Gilead Sciences has announced promising Phase III results from a trial of the hepatitis C antiviral sofosbuvir, opening the door for regulatory filing this spring for a new interferon-free treatment for the disease. In the FUSION study, 195 participants who had failed a previous therapy and were infected with either genotype 2 or 3 of the hepatitis C virus (HCV) were randomly divided into two even groups to receive either 12 or 16 weeks of sofosbuvir (400 mg) plus ribavirin (1,000 or 1,200 mg) once a day.
On average, 50 percent of those in the 12-week arm and 73 percent of those in the 16-week arm achieved a sustained virologic response 12 weeks after completing treatment (SVR12, considered a cure). Eighty-six percent of those with genotype 2 in the 12-week arm achieved SVR12, and 30 percent of the genotype 3 participants achieved SVR12. Ninety-four percent of those with genotype 2 and 62 percent of those with genotype 3 achieved SVR12 in the 16-week arm.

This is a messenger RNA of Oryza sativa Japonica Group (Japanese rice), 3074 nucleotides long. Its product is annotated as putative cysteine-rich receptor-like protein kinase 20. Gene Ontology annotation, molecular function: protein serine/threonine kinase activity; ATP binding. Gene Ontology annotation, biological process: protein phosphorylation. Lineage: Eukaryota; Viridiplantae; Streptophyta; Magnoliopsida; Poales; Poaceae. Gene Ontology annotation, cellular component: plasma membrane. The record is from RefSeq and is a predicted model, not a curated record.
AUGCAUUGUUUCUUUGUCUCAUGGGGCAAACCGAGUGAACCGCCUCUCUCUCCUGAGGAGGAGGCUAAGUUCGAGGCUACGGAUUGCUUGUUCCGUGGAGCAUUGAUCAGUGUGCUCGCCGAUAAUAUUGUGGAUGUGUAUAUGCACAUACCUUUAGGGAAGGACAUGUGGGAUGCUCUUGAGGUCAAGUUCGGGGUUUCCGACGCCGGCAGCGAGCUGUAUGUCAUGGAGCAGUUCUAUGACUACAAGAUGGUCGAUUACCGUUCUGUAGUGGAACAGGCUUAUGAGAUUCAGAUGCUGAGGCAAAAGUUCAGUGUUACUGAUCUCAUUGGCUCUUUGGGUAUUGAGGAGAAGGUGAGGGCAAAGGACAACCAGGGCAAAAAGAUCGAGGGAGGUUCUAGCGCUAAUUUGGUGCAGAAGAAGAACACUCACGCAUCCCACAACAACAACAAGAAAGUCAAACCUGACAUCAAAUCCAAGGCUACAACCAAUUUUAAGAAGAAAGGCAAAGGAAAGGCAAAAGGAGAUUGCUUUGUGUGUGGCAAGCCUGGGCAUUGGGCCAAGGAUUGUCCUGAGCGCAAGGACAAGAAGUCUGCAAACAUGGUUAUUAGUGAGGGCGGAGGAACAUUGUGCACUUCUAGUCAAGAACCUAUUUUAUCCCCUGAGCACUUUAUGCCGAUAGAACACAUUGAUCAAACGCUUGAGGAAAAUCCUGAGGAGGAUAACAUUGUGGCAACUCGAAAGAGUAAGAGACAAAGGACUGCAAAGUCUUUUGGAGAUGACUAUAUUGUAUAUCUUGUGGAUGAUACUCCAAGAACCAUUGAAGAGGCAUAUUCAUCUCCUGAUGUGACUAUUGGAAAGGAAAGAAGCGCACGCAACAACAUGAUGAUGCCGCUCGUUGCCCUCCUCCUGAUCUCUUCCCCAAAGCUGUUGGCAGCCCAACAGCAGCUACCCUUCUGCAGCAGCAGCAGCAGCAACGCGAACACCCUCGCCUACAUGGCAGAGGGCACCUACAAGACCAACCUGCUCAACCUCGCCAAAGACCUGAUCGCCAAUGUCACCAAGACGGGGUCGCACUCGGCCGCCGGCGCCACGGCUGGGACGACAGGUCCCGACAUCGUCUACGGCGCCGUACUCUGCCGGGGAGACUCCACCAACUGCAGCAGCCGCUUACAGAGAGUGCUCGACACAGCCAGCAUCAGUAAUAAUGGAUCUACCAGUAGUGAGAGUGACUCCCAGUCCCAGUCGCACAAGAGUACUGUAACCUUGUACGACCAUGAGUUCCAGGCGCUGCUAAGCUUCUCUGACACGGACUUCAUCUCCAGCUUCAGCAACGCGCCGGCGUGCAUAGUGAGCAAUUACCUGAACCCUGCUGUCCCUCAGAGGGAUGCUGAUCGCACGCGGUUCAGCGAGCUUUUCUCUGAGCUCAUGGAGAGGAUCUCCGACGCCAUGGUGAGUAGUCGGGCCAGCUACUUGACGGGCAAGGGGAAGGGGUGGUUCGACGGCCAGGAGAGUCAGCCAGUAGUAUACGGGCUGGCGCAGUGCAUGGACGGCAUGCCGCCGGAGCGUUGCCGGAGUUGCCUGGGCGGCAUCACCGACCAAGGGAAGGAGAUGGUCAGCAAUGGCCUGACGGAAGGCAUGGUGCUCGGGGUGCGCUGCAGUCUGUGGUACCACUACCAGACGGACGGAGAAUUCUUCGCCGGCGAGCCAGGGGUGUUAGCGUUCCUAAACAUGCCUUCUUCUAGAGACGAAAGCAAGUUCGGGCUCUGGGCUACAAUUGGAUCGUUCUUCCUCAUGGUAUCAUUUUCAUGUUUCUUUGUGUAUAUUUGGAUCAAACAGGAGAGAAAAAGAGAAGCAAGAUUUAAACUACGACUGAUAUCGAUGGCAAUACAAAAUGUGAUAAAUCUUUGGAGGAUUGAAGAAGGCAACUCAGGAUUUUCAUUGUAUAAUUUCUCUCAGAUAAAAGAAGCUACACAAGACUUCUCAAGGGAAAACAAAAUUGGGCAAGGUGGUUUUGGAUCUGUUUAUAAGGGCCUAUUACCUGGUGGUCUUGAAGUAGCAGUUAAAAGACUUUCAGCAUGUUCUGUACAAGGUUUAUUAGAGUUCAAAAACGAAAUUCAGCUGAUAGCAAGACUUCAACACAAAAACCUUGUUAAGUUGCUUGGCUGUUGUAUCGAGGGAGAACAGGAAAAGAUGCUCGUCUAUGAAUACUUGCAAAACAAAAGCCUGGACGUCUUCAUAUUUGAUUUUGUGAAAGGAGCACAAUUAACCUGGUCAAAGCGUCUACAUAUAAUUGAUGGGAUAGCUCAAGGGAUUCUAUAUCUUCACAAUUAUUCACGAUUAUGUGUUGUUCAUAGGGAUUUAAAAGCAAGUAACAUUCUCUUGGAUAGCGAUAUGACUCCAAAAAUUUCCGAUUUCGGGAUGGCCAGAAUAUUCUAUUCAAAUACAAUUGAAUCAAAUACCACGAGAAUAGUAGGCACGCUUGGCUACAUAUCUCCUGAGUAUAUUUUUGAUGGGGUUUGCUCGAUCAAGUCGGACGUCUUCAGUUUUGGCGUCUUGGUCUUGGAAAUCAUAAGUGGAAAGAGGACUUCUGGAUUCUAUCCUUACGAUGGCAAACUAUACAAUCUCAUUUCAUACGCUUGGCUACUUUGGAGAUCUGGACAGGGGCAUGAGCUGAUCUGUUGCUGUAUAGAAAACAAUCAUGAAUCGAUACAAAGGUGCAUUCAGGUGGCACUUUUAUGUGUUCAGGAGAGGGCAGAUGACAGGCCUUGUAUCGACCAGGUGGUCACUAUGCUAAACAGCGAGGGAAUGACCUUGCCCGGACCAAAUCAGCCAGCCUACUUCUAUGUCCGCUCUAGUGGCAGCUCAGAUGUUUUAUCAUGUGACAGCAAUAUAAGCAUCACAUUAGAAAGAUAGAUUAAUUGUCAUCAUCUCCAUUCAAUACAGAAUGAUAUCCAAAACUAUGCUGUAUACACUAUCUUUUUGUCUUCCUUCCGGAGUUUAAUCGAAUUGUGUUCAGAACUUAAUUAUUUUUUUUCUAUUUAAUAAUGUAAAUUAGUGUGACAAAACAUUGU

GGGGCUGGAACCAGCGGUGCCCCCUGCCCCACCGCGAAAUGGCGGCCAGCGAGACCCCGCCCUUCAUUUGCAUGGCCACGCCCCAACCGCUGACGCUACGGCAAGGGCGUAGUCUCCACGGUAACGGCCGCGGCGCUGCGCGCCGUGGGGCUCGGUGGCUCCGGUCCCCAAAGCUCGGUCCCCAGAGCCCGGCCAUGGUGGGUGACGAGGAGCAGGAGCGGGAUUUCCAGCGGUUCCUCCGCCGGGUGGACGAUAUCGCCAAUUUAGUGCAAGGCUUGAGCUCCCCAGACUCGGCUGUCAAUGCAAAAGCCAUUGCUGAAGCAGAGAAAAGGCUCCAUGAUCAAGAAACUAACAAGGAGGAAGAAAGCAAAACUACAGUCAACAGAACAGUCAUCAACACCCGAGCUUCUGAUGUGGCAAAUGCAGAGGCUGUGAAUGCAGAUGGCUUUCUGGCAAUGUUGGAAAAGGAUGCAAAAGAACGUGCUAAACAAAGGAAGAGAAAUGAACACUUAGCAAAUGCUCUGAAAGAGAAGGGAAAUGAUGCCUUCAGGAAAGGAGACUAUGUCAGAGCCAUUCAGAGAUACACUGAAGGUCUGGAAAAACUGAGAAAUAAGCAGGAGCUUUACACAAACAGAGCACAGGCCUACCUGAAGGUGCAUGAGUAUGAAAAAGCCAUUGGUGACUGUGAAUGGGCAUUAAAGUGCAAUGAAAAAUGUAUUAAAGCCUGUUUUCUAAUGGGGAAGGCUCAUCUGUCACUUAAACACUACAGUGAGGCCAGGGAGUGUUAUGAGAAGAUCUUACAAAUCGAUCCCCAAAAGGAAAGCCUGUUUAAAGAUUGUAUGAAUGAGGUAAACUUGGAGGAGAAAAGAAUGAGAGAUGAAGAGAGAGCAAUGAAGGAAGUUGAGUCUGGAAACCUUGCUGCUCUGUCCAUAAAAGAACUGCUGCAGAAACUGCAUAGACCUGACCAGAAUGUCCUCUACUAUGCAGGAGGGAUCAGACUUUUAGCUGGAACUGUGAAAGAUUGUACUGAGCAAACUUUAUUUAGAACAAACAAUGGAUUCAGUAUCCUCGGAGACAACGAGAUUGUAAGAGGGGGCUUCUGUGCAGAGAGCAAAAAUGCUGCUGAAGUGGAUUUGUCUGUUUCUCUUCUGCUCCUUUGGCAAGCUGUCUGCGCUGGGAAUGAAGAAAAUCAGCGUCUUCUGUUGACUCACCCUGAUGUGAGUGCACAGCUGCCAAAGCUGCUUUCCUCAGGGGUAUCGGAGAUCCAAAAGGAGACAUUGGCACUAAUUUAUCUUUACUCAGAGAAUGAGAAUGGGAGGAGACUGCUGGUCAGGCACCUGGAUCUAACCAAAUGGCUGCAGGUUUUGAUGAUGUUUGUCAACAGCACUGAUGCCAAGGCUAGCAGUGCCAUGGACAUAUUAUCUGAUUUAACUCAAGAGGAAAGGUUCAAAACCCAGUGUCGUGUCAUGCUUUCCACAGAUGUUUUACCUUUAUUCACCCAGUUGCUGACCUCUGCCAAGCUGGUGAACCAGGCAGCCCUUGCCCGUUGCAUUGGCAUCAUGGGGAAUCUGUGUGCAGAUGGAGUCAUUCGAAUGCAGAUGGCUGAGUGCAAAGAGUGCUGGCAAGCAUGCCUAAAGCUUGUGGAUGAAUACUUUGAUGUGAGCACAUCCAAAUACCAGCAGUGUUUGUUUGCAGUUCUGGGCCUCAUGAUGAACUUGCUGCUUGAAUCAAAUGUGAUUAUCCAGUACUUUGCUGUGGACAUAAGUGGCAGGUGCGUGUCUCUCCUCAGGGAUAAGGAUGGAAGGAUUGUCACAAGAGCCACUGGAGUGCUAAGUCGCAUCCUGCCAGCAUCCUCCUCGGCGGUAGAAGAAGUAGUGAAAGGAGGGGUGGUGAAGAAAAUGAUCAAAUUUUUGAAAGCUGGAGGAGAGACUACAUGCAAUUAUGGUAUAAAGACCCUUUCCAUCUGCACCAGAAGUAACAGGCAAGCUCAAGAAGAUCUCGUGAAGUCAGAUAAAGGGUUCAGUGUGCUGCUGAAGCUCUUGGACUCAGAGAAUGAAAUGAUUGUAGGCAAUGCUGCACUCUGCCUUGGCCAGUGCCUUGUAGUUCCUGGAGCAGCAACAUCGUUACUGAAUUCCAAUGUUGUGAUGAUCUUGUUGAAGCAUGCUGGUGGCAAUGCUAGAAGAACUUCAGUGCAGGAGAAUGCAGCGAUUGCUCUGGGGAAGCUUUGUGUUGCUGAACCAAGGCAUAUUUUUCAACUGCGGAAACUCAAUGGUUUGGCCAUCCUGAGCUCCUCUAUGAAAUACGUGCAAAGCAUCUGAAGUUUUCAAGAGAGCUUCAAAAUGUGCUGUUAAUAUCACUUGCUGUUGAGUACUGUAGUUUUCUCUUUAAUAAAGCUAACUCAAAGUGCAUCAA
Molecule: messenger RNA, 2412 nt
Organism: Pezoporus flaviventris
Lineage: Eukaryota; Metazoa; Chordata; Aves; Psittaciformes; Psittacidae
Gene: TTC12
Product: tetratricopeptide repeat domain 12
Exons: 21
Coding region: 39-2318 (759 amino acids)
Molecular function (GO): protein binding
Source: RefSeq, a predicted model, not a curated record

Thirty-four percent of the participants had compensated cirrhosis at the beginning of the study; 31 percent of them achieved SVR12 in the 12-week arm; and 66 percent did so in the 16-week arm.
There were no discontinuations due to adverse effects. The most common side effects (reported in 15 percent or more of the participants) were fatigue, headache, insomnia and nausea.
These results, along with those from three other Phase III trials of sofosbuvir, will all support Gilead’s imminent regulatory filing.
To read the Gilead release, click here.
For a link to topline results from the study, click here.